The case for carbohydrates. Although carbohydrates are the diet buzzword of the twenty-first century, toddlers need them! Carbs are the brain's first choice for fuel. They get a bad rap because of the "refining" process, how they are cooked, and the fact that they are often over-eaten. Go for 100 percent whole grains in breads, rice, pasta, and cereals. Carbohydrates are also in beans, fruits, and vegetables, especially the starchy veggies like corn, potatoes, and peas.

Protein. Toddlers need protein for growth, tissue repair, muscles, hair, skin, hormones, healthy bones, and healthy immune systems. Protein also helps fight plaque buildup on teeth! Foods with a protein punch include meats, fish, and dairy products.

Calcium. Calcium is essential for strong bones and teeth! Only 50 percent of children ages one to five meet the recommended daily amount for calcium, and it ranks as one of the most common nutrient deficiencies. Not to worry: one cup of milk plus one-half cup of yogurt will satisfy your toddler's daily calcium requirement.

A side of supplements. It's easy to go overboard when considering the wide array of supplements available in today's market. Toddlers should get the bulk of their nutrients from their actual food rather than from using nutritional supplements as an excuse to eat candy and french fries. While supplements can be helpful, just don't use them as a substitute for a healthy, balanced diet.

Incorporating iron. Iron from meats, poultry, and fish is more easily absorbed by humans than iron from plant sources. Vitamin C foods and foods high in protein increase iron absorption. If you have a famous spaghetti sauce recipe, try cooking it in a cast-iron pot. This is another way to add iron to your veggie-based foods.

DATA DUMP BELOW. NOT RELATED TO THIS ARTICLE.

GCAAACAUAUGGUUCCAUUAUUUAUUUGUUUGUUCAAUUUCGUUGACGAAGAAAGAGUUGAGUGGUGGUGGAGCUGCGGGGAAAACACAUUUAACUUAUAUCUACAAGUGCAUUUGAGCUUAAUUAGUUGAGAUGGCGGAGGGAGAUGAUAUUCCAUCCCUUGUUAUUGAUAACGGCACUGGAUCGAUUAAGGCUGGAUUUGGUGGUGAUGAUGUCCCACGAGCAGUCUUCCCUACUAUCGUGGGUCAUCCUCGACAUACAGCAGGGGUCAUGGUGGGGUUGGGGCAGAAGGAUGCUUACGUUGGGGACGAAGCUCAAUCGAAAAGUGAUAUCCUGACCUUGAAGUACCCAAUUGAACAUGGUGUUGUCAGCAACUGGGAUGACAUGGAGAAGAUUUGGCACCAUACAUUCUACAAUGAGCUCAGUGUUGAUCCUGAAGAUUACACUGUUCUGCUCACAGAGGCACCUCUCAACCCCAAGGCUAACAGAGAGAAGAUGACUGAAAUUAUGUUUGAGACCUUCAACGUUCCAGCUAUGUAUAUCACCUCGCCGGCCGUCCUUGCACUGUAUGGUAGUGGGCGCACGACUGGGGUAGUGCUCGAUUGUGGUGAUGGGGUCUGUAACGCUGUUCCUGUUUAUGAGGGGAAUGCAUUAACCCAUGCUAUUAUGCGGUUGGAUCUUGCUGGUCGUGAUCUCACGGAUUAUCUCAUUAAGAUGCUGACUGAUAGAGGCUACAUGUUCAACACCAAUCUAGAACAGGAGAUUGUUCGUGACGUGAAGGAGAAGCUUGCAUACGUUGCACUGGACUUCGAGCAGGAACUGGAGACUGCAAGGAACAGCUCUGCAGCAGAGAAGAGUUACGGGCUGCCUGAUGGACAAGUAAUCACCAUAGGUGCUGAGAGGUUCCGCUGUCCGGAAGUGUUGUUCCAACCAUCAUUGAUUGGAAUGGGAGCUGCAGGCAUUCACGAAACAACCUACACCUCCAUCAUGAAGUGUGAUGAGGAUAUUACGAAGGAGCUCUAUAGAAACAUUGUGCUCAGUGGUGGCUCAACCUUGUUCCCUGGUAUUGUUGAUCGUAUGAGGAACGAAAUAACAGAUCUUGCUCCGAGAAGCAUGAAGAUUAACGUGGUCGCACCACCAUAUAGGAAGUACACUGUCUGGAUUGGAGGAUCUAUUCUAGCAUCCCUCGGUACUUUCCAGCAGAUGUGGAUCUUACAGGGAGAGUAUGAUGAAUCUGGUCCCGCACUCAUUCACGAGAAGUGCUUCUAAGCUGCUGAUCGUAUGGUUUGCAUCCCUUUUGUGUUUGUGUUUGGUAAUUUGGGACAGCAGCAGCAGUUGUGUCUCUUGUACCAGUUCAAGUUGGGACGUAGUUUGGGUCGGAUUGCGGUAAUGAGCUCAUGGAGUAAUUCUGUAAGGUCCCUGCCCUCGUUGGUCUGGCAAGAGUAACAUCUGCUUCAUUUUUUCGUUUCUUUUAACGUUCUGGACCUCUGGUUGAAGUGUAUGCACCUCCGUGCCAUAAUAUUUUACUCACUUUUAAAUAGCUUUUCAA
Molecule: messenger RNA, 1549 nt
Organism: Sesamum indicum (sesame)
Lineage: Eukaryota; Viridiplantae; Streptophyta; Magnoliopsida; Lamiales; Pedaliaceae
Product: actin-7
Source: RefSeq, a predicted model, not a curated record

Everything tastes better outside! Make simple picnics and have your toddler help you find just the right spot to enjoy your outdoor dining! Older toddlers can help choose and prepare healthy selections for the picnic. Pack it up in a fun, colorful container. Your children may surprise you and try that piece of broccoli that they typically reject if it is served outside with a picnic.

Make your kitchen the gathering place for family fun. Many recipes are handed down over generations and are like diaries for families. Learning the basics of good health and nutrition is that secret extra ingredient that you can share with your child.

Praise them! Reinforce healthy eating with praise and role modeling. You'll be amazed how far this will take you.

Keep a sharp eye on toddler tubbiness. (Baby fat is fine, obesity is not.) Some cultures believe that chubby children are healthier. On the contrary, clinically overweight toddlers are in greater danger of developing chronic diseases. They also battle peer ridicule and poor self-esteem.

Article Reviewed: August 15, 2012
Copyright © 2014 Healthy Magazine